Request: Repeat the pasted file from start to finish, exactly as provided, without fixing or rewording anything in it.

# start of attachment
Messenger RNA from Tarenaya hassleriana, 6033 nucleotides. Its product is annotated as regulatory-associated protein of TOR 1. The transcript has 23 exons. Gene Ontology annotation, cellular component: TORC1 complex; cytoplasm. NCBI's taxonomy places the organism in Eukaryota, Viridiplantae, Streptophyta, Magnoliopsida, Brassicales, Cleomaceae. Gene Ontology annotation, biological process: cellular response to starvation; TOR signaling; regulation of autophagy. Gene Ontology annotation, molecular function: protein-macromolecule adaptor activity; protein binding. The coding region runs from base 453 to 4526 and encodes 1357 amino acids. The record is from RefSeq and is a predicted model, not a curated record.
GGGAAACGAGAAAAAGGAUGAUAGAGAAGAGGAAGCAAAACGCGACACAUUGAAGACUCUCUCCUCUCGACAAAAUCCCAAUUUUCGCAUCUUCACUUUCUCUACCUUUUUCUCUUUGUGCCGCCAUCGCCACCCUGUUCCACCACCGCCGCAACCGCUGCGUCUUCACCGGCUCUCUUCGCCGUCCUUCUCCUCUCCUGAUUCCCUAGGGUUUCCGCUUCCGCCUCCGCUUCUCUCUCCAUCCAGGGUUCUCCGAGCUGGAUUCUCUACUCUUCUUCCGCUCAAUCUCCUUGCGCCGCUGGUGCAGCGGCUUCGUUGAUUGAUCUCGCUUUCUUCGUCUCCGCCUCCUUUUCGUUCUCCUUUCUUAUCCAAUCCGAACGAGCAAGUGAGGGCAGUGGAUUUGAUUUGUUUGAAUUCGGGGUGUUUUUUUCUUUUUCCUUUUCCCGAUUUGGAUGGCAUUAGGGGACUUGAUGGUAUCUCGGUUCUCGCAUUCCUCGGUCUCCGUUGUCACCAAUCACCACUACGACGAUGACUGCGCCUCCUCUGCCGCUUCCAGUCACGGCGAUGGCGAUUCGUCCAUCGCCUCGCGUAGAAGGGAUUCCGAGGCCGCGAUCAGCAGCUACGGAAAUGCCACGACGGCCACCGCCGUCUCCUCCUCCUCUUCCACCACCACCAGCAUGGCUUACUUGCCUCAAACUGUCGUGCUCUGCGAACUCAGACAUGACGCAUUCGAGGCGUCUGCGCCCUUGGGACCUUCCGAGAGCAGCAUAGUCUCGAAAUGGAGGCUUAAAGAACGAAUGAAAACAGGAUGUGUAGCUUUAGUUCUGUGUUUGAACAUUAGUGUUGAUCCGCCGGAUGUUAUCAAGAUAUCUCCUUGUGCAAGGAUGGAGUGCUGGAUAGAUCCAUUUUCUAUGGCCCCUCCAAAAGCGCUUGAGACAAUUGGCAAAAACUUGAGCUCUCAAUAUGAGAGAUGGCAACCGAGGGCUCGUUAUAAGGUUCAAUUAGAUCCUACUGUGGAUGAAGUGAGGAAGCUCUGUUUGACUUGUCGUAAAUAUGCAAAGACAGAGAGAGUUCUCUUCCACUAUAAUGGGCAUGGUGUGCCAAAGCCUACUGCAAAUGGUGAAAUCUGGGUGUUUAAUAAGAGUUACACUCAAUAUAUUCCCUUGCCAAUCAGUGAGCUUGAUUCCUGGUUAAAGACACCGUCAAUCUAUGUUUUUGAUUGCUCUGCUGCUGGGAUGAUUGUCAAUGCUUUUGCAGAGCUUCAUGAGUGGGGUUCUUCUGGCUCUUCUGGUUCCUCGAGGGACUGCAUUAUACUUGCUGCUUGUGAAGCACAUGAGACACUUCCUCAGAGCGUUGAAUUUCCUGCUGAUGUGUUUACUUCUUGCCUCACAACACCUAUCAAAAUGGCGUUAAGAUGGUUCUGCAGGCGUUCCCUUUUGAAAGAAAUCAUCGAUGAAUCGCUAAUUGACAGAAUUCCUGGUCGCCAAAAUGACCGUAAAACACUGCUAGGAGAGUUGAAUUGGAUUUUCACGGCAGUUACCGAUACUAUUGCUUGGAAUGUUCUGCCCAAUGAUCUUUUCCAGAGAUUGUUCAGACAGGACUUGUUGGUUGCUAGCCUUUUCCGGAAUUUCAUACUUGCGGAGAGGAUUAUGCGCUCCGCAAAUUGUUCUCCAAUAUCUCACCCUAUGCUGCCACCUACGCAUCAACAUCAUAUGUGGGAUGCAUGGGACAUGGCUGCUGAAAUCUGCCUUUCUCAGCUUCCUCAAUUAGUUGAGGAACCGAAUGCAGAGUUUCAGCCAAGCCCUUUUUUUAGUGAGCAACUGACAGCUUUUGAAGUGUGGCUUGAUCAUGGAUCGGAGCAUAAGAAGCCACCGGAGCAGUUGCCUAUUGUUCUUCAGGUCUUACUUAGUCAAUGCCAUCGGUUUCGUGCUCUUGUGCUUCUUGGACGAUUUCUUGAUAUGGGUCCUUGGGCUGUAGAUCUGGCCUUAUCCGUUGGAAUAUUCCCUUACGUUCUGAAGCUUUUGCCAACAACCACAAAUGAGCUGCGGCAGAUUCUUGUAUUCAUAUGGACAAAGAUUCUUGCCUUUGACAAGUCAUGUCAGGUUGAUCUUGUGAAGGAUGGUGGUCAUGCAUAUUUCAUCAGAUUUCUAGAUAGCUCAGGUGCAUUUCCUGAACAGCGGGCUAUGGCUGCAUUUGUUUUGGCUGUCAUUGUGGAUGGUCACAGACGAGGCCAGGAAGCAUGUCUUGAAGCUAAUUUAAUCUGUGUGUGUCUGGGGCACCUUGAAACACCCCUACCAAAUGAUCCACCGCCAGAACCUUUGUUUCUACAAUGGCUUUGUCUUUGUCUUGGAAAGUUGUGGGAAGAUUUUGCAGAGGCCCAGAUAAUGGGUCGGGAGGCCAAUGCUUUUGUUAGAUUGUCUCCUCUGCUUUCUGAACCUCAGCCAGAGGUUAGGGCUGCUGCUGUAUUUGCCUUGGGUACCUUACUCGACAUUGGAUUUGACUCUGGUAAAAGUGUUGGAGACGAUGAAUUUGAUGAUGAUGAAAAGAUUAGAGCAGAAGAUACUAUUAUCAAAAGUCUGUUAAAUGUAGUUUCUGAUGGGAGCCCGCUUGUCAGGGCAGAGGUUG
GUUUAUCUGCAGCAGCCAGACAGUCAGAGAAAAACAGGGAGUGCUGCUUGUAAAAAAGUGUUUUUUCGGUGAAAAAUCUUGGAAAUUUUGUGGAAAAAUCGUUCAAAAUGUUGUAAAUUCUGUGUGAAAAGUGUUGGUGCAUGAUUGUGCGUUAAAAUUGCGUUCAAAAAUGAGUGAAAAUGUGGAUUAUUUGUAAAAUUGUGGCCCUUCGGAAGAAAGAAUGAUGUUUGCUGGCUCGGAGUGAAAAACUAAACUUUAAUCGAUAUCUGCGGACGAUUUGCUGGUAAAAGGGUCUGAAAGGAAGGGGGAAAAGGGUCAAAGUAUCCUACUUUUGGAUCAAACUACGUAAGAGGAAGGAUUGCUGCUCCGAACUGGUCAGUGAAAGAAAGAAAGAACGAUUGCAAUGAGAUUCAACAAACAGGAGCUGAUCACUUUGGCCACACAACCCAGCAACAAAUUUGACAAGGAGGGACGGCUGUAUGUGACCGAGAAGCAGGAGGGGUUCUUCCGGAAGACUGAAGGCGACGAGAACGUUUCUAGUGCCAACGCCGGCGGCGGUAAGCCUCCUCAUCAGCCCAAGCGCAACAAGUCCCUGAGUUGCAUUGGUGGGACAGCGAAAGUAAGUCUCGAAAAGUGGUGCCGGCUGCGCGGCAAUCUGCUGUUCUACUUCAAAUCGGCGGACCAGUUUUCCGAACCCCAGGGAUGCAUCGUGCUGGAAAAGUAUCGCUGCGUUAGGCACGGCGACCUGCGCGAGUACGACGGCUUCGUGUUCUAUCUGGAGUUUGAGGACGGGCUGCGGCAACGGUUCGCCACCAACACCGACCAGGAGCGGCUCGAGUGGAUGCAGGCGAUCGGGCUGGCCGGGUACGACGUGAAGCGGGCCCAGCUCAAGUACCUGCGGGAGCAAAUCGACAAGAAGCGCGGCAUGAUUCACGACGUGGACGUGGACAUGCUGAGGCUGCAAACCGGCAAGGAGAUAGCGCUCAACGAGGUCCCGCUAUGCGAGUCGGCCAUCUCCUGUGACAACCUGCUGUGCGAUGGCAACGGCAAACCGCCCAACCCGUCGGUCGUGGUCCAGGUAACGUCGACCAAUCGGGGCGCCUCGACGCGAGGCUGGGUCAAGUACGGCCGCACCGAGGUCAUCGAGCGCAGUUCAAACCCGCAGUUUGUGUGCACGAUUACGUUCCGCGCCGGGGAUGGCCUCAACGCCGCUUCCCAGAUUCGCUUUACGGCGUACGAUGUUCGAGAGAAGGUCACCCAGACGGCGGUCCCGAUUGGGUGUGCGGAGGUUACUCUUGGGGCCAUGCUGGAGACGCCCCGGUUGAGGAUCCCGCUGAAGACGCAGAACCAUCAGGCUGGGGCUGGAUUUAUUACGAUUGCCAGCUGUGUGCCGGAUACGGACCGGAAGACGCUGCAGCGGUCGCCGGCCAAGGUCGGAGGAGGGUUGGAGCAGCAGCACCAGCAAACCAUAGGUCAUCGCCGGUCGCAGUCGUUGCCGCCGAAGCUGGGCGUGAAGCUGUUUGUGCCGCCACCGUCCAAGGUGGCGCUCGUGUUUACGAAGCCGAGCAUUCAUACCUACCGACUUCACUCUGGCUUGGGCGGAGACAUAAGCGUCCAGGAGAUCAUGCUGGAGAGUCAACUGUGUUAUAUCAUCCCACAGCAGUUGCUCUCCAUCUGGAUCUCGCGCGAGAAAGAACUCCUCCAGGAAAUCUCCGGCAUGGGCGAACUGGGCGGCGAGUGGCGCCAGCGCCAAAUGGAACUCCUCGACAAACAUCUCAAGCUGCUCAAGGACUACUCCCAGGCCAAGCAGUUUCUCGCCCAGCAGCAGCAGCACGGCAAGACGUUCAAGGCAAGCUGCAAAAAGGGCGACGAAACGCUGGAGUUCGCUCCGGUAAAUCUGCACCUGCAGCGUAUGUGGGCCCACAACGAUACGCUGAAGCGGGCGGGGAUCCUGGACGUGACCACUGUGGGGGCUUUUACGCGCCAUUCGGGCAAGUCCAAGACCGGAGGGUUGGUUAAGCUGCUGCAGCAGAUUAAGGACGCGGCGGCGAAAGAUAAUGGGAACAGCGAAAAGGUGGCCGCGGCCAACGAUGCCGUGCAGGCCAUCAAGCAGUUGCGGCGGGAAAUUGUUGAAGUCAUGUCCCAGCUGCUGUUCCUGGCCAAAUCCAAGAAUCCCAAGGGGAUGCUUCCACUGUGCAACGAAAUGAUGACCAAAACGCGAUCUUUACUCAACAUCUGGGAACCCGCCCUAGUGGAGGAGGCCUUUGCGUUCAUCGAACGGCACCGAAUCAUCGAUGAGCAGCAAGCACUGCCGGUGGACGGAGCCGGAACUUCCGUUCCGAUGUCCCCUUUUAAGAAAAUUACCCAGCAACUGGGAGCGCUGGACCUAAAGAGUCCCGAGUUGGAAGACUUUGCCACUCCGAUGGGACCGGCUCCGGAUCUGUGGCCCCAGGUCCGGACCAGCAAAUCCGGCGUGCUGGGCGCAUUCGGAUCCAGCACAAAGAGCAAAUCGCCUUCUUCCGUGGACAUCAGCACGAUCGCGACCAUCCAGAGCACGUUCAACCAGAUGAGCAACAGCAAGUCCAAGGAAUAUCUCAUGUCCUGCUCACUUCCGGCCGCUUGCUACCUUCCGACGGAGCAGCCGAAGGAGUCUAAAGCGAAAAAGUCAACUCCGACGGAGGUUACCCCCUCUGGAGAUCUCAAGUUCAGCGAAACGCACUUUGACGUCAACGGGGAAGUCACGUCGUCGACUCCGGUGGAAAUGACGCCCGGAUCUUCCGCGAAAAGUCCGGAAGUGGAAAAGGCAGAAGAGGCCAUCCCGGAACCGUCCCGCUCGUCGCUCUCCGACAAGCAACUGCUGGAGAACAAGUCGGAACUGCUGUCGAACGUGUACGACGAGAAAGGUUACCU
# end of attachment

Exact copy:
Messenger RNA from Tarenaya hassleriana, 6033 nucleotides. Its product is annotated as regulatory-associated protein of TOR 1. The transcript has 23 exons. Gene Ontology annotation, cellular component: TORC1 complex; cytoplasm. NCBI's taxonomy places the organism in Eukaryota, Viridiplantae, Streptophyta, Magnoliopsida, Brassicales, Cleomaceae. Gene Ontology annotation, biological process: cellular response to starvation; TOR signaling; regulation of autophagy. Gene Ontology annotation, molecular function: protein-macromolecule adaptor activity; protein binding. The coding region runs from base 453 to 4526 and encodes 1357 amino acids. The record is from RefSeq and is a predicted model, not a curated record.
GGGAAACGAGAAAAAGGAUGAUAGAGAAGAGGAAGCAAAACGCGACACAUUGAAGACUCUCUCCUCUCGACAAAAUCCCAAUUUUCGCAUCUUCACUUUCUCUACCUUUUUCUCUUUGUGCCGCCAUCGCCACCCUGUUCCACCACCGCCGCAACCGCUGCGUCUUCACCGGCUCUCUUCGCCGUCCUUCUCCUCUCCUGAUUCCCUAGGGUUUCCGCUUCCGCCUCCGCUUCUCUCUCCAUCCAGGGUUCUCCGAGCUGGAUUCUCUACUCUUCUUCCGCUCAAUCUCCUUGCGCCGCUGGUGCAGCGGCUUCGUUGAUUGAUCUCGCUUUCUUCGUCUCCGCCUCCUUUUCGUUCUCCUUUCUUAUCCAAUCCGAACGAGCAAGUGAGGGCAGUGGAUUUGAUUUGUUUGAAUUCGGGGUGUUUUUUUCUUUUUCCUUUUCCCGAUUUGGAUGGCAUUAGGGGACUUGAUGGUAUCUCGGUUCUCGCAUUCCUCGGUCUCCGUUGUCACCAAUCACCACUACGACGAUGACUGCGCCUCCUCUGCCGCUUCCAGUCACGGCGAUGGCGAUUCGUCCAUCGCCUCGCGUAGAAGGGAUUCCGAGGCCGCGAUCAGCAGCUACGGAAAUGCCACGACGGCCACCGCCGUCUCCUCCUCCUCUUCCACCACCACCAGCAUGGCUUACUUGCCUCAAACUGUCGUGCUCUGCGAACUCAGACAUGACGCAUUCGAGGCGUCUGCGCCCUUGGGACCUUCCGAGAGCAGCAUAGUCUCGAAAUGGAGGCUUAAAGAACGAAUGAAAACAGGAUGUGUAGCUUUAGUUCUGUGUUUGAACAUUAGUGUUGAUCCGCCGGAUGUUAUCAAGAUAUCUCCUUGUGCAAGGAUGGAGUGCUGGAUAGAUCCAUUUUCUAUGGCCCCUCCAAAAGCGCUUGAGACAAUUGGCAAAAACUUGAGCUCUCAAUAUGAGAGAUGGCAACCGAGGGCUCGUUAUAAGGUUCAAUUAGAUCCUACUGUGGAUGAAGUGAGGAAGCUCUGUUUGACUUGUCGUAAAUAUGCAAAGACAGAGAGAGUUCUCUUCCACUAUAAUGGGCAUGGUGUGCCAAAGCCUACUGCAAAUGGUGAAAUCUGGGUGUUUAAUAAGAGUUACACUCAAUAUAUUCCCUUGCCAAUCAGUGAGCUUGAUUCCUGGUUAAAGACACCGUCAAUCUAUGUUUUUGAUUGCUCUGCUGCUGGGAUGAUUGUCAAUGCUUUUGCAGAGCUUCAUGAGUGGGGUUCUUCUGGCUCUUCUGGUUCCUCGAGGGACUGCAUUAUACUUGCUGCUUGUGAAGCACAUGAGACACUUCCUCAGAGCGUUGAAUUUCCUGCUGAUGUGUUUACUUCUUGCCUCACAACACCUAUCAAAAUGGCGUUAAGAUGGUUCUGCAGGCGUUCCCUUUUGAAAGAAAUCAUCGAUGAAUCGCUAAUUGACAGAAUUCCUGGUCGCCAAAAUGACCGUAAAACACUGCUAGGAGAGUUGAAUUGGAUUUUCACGGCAGUUACCGAUACUAUUGCUUGGAAUGUUCUGCCCAAUGAUCUUUUCCAGAGAUUGUUCAGACAGGACUUGUUGGUUGCUAGCCUUUUCCGGAAUUUCAUACUUGCGGAGAGGAUUAUGCGCUCCGCAAAUUGUUCUCCAAUAUCUCACCCUAUGCUGCCACCUACGCAUCAACAUCAUAUGUGGGAUGCAUGGGACAUGGCUGCUGAAAUCUGCCUUUCUCAGCUUCCUCAAUUAGUUGAGGAACCGAAUGCAGAGUUUCAGCCAAGCCCUUUUUUUAGUGAGCAACUGACAGCUUUUGAAGUGUGGCUUGAUCAUGGAUCGGAGCAUAAGAAGCCACCGGAGCAGUUGCCUAUUGUUCUUCAGGUCUUACUUAGUCAAUGCCAUCGGUUUCGUGCUCUUGUGCUUCUUGGACGAUUUCUUGAUAUGGGUCCUUGGGCUGUAGAUCUGGCCUUAUCCGUUGGAAUAUUCCCUUACGUUCUGAAGCUUUUGCCAACAACCACAAAUGAGCUGCGGCAGAUUCUUGUAUUCAUAUGGACAAAGAUUCUUGCCUUUGACAAGUCAUGUCAGGUUGAUCUUGUGAAGGAUGGUGGUCAUGCAUAUUUCAUCAGAUUUCUAGAUAGCUCAGGUGCAUUUCCUGAACAGCGGGCUAUGGCUGCAUUUGUUUUGGCUGUCAUUGUGGAUGGUCACAGACGAGGCCAGGAAGCAUGUCUUGAAGCUAAUUUAAUCUGUGUGUGUCUGGGGCACCUUGAAACACCCCUACCAAAUGAUCCACCGCCAGAACCUUUGUUUCUACAAUGGCUUUGUCUUUGUCUUGGAAAGUUGUGGGAAGAUUUUGCAGAGGCCCAGAUAAUGGGUCGGGAGGCCAAUGCUUUUGUUAGAUUGUCUCCUCUGCUUUCUGAACCUCAGCCAGAGGUUAGGGCUGCUGCUGUAUUUGCCUUGGGUACCUUACUCGACAUUGGAUUUGACUCUGGUAAAAGUGUUGGAGACGAUGAAUUUGAUGAUGAUGAAAAGAUUAGAGCAGAAGAUACUAUUAUCAAAAGUCUGUUAAAUGUAGUUUCUGAUGGGAGCCCGCUUGUCAGGGCAGAGGUUG
GUUUAUCUGCAGCAGCCAGACAGUCAGAGAAAAACAGGGAGUGCUGCUUGUAAAAAAGUGUUUUUUCGGUGAAAAAUCUUGGAAAUUUUGUGGAAAAAUCGUUCAAAAUGUUGUAAAUUCUGUGUGAAAAGUGUUGGUGCAUGAUUGUGCGUUAAAAUUGCGUUCAAAAAUGAGUGAAAAUGUGGAUUAUUUGUAAAAUUGUGGCCCUUCGGAAGAAAGAAUGAUGUUUGCUGGCUCGGAGUGAAAAACUAAACUUUAAUCGAUAUCUGCGGACGAUUUGCUGGUAAAAGGGUCUGAAAGGAAGGGGGAAAAGGGUCAAAGUAUCCUACUUUUGGAUCAAACUACGUAAGAGGAAGGAUUGCUGCUCCGAACUGGUCAGUGAAAGAAAGAAAGAACGAUUGCAAUGAGAUUCAACAAACAGGAGCUGAUCACUUUGGCCACACAACCCAGCAACAAAUUUGACAAGGAGGGACGGCUGUAUGUGACCGAGAAGCAGGAGGGGUUCUUCCGGAAGACUGAAGGCGACGAGAACGUUUCUAGUGCCAACGCCGGCGGCGGUAAGCCUCCUCAUCAGCCCAAGCGCAACAAGUCCCUGAGUUGCAUUGGUGGGACAGCGAAAGUAAGUCUCGAAAAGUGGUGCCGGCUGCGCGGCAAUCUGCUGUUCUACUUCAAAUCGGCGGACCAGUUUUCCGAACCCCAGGGAUGCAUCGUGCUGGAAAAGUAUCGCUGCGUUAGGCACGGCGACCUGCGCGAGUACGACGGCUUCGUGUUCUAUCUGGAGUUUGAGGACGGGCUGCGGCAACGGUUCGCCACCAACACCGACCAGGAGCGGCUCGAGUGGAUGCAGGCGAUCGGGCUGGCCGGGUACGACGUGAAGCGGGCCCAGCUCAAGUACCUGCGGGAGCAAAUCGACAAGAAGCGCGGCAUGAUUCACGACGUGGACGUGGACAUGCUGAGGCUGCAAACCGGCAAGGAGAUAGCGCUCAACGAGGUCCCGCUAUGCGAGUCGGCCAUCUCCUGUGACAACCUGCUGUGCGAUGGCAACGGCAAACCGCCCAACCCGUCGGUCGUGGUCCAGGUAACGUCGACCAAUCGGGGCGCCUCGACGCGAGGCUGGGUCAAGUACGGCCGCACCGAGGUCAUCGAGCGCAGUUCAAACCCGCAGUUUGUGUGCACGAUUACGUUCCGCGCCGGGGAUGGCCUCAACGCCGCUUCCCAGAUUCGCUUUACGGCGUACGAUGUUCGAGAGAAGGUCACCCAGACGGCGGUCCCGAUUGGGUGUGCGGAGGUUACUCUUGGGGCCAUGCUGGAGACGCCCCGGUUGAGGAUCCCGCUGAAGACGCAGAACCAUCAGGCUGGGGCUGGAUUUAUUACGAUUGCCAGCUGUGUGCCGGAUACGGACCGGAAGACGCUGCAGCGGUCGCCGGCCAAGGUCGGAGGAGGGUUGGAGCAGCAGCACCAGCAAACCAUAGGUCAUCGCCGGUCGCAGUCGUUGCCGCCGAAGCUGGGCGUGAAGCUGUUUGUGCCGCCACCGUCCAAGGUGGCGCUCGUGUUUACGAAGCCGAGCAUUCAUACCUACCGACUUCACUCUGGCUUGGGCGGAGACAUAAGCGUCCAGGAGAUCAUGCUGGAGAGUCAACUGUGUUAUAUCAUCCCACAGCAGUUGCUCUCCAUCUGGAUCUCGCGCGAGAAAGAACUCCUCCAGGAAAUCUCCGGCAUGGGCGAACUGGGCGGCGAGUGGCGCCAGCGCCAAAUGGAACUCCUCGACAAACAUCUCAAGCUGCUCAAGGACUACUCCCAGGCCAAGCAGUUUCUCGCCCAGCAGCAGCAGCACGGCAAGACGUUCAAGGCAAGCUGCAAAAAGGGCGACGAAACGCUGGAGUUCGCUCCGGUAAAUCUGCACCUGCAGCGUAUGUGGGCCCACAACGAUACGCUGAAGCGGGCGGGGAUCCUGGACGUGACCACUGUGGGGGCUUUUACGCGCCAUUCGGGCAAGUCCAAGACCGGAGGGUUGGUUAAGCUGCUGCAGCAGAUUAAGGACGCGGCGGCGAAAGAUAAUGGGAACAGCGAAAAGGUGGCCGCGGCCAACGAUGCCGUGCAGGCCAUCAAGCAGUUGCGGCGGGAAAUUGUUGAAGUCAUGUCCCAGCUGCUGUUCCUGGCCAAAUCCAAGAAUCCCAAGGGGAUGCUUCCACUGUGCAACGAAAUGAUGACCAAAACGCGAUCUUUACUCAACAUCUGGGAACCCGCCCUAGUGGAGGAGGCCUUUGCGUUCAUCGAACGGCACCGAAUCAUCGAUGAGCAGCAAGCACUGCCGGUGGACGGAGCCGGAACUUCCGUUCCGAUGUCCCCUUUUAAGAAAAUUACCCAGCAACUGGGAGCGCUGGACCUAAAGAGUCCCGAGUUGGAAGACUUUGCCACUCCGAUGGGACCGGCUCCGGAUCUGUGGCCCCAGGUCCGGACCAGCAAAUCCGGCGUGCUGGGCGCAUUCGGAUCCAGCACAAAGAGCAAAUCGCCUUCUUCCGUGGACAUCAGCACGAUCGCGACCAUCCAGAGCACGUUCAACCAGAUGAGCAACAGCAAGUCCAAGGAAUAUCUCAUGUCCUGCUCACUUCCGGCCGCUUGCUACCUUCCGACGGAGCAGCCGAAGGAGUCUAAAGCGAAAAAGUCAACUCCGACGGAGGUUACCCCCUCUGGAGAUCUCAAGUUCAGCGAAACGCACUUUGACGUCAACGGGGAAGUCACGUCGUCGACUCCGGUGGAAAUGACGCCCGGAUCUUCCGCGAAAAGUCCGGAAGUGGAAAAGGCAGAAGAGGCCAUCCCGGAACCGUCCCGCUCGUCGCUCUCCGACAAGCAACUGCUGGAGAACAAGUCGGAACUGCUGUCGAACGUGUACGACGAGAAAGGUUACCU